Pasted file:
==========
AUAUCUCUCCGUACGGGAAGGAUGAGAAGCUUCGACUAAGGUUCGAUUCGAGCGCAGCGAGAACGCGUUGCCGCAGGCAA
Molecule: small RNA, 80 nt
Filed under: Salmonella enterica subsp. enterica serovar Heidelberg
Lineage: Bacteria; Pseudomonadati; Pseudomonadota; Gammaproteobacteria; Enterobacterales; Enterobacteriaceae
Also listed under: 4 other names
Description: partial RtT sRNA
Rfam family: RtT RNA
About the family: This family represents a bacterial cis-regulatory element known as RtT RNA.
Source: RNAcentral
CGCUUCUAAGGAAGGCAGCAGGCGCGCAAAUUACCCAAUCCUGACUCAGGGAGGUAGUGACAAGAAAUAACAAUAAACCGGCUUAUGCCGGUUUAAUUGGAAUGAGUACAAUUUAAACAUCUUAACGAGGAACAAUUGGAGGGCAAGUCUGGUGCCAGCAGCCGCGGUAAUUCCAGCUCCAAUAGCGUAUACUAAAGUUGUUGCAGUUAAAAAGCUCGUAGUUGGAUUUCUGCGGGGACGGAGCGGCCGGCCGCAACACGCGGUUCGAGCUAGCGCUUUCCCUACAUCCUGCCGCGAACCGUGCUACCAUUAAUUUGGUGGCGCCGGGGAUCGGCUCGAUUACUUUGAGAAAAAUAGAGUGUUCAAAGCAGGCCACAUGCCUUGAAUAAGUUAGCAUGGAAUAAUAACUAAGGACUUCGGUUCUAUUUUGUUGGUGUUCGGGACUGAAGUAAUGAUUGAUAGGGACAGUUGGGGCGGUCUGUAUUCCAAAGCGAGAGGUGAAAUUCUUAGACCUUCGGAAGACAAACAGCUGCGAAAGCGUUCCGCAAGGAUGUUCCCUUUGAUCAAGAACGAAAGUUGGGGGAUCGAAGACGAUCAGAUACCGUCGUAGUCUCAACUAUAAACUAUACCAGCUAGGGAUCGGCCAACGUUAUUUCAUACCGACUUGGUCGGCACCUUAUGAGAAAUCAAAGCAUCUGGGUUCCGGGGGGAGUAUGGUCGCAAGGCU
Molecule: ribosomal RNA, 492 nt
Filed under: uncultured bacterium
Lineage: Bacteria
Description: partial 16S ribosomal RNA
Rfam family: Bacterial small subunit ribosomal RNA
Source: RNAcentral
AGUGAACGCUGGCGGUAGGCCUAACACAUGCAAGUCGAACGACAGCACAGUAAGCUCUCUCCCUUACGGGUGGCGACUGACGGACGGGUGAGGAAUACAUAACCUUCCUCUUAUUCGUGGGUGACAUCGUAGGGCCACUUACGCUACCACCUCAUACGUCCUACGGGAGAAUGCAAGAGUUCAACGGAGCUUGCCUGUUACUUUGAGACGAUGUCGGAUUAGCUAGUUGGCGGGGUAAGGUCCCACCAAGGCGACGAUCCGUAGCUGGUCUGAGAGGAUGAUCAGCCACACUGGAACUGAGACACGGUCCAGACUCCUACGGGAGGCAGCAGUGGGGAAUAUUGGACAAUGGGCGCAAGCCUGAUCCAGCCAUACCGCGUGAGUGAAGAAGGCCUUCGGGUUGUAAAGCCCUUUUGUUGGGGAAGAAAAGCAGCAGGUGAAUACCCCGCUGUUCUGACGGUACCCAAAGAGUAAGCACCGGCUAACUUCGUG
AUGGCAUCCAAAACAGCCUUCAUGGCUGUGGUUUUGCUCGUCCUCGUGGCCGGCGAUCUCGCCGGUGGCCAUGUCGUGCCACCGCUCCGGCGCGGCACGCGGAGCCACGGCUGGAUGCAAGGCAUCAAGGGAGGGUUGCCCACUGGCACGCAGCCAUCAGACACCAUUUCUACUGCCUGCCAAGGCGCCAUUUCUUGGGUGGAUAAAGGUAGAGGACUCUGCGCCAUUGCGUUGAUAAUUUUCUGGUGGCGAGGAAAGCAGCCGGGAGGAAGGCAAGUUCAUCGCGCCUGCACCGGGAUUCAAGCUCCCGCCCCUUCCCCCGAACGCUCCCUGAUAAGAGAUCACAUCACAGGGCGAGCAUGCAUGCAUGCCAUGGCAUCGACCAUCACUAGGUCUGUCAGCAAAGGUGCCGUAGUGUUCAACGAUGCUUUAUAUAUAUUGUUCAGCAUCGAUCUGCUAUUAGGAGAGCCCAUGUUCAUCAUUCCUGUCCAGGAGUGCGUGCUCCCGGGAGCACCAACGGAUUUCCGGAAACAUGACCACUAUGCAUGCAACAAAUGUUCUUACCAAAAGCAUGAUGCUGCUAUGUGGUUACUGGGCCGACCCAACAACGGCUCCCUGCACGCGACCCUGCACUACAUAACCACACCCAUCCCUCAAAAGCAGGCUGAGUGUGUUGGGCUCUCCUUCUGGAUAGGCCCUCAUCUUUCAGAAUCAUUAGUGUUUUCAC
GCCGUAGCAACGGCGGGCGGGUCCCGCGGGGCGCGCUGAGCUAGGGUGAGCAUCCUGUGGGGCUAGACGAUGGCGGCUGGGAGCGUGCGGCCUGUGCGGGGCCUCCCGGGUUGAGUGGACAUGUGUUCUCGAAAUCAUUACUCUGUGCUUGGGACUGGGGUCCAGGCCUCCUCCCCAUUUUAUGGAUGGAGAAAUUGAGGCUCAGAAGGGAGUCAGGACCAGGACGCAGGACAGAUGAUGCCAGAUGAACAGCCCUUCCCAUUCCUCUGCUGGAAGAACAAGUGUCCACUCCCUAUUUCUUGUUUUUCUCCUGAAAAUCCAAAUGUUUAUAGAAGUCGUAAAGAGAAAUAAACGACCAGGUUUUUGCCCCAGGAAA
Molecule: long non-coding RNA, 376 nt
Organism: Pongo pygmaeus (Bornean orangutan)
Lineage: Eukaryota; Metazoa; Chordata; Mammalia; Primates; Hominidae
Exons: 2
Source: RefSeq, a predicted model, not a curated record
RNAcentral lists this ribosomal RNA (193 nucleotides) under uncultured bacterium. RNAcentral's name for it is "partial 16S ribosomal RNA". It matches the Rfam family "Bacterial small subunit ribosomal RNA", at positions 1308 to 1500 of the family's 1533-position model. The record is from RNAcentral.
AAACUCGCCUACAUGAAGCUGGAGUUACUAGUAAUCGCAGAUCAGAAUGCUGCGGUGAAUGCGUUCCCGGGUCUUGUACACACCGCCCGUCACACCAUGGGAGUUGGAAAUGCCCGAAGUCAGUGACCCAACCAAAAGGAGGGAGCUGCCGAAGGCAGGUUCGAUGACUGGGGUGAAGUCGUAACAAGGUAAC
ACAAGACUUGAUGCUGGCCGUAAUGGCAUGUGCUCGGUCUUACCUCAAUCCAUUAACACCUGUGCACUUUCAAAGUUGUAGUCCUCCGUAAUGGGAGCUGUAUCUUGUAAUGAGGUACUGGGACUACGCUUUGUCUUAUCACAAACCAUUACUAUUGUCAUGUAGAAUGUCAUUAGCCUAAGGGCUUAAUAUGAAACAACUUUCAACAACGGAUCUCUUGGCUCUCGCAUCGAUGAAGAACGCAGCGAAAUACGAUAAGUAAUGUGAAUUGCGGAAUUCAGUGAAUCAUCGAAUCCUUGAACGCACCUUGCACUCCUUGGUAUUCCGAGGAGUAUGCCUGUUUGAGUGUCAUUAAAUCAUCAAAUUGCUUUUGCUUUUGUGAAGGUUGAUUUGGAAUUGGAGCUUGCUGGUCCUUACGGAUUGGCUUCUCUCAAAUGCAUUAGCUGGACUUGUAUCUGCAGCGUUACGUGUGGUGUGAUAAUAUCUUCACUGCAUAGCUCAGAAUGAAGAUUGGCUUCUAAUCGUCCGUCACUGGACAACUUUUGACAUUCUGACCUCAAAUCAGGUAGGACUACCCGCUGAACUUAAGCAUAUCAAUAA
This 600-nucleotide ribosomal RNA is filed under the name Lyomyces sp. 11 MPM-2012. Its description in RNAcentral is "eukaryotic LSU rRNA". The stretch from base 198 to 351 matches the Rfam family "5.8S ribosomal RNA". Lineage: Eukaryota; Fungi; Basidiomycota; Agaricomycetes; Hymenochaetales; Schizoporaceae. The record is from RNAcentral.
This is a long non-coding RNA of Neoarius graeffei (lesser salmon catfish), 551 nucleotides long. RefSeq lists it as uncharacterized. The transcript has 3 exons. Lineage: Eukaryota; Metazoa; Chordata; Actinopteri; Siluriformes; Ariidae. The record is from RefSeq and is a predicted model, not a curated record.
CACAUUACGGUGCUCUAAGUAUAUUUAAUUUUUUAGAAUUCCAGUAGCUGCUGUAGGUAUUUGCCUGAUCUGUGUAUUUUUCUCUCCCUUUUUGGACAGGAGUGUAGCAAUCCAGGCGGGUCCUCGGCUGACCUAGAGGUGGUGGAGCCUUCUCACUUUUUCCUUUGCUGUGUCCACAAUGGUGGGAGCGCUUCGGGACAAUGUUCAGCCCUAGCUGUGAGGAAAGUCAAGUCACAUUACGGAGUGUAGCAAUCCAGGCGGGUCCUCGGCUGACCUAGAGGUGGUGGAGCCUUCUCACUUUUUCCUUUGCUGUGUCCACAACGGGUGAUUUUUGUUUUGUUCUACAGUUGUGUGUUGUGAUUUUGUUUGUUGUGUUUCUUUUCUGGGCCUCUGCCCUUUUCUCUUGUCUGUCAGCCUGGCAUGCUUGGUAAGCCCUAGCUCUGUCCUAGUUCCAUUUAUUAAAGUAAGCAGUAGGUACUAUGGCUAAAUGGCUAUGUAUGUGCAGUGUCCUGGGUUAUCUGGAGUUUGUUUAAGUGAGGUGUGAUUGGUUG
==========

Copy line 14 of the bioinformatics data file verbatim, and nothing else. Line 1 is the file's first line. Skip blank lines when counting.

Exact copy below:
Description: partial 16S ribosomal RNA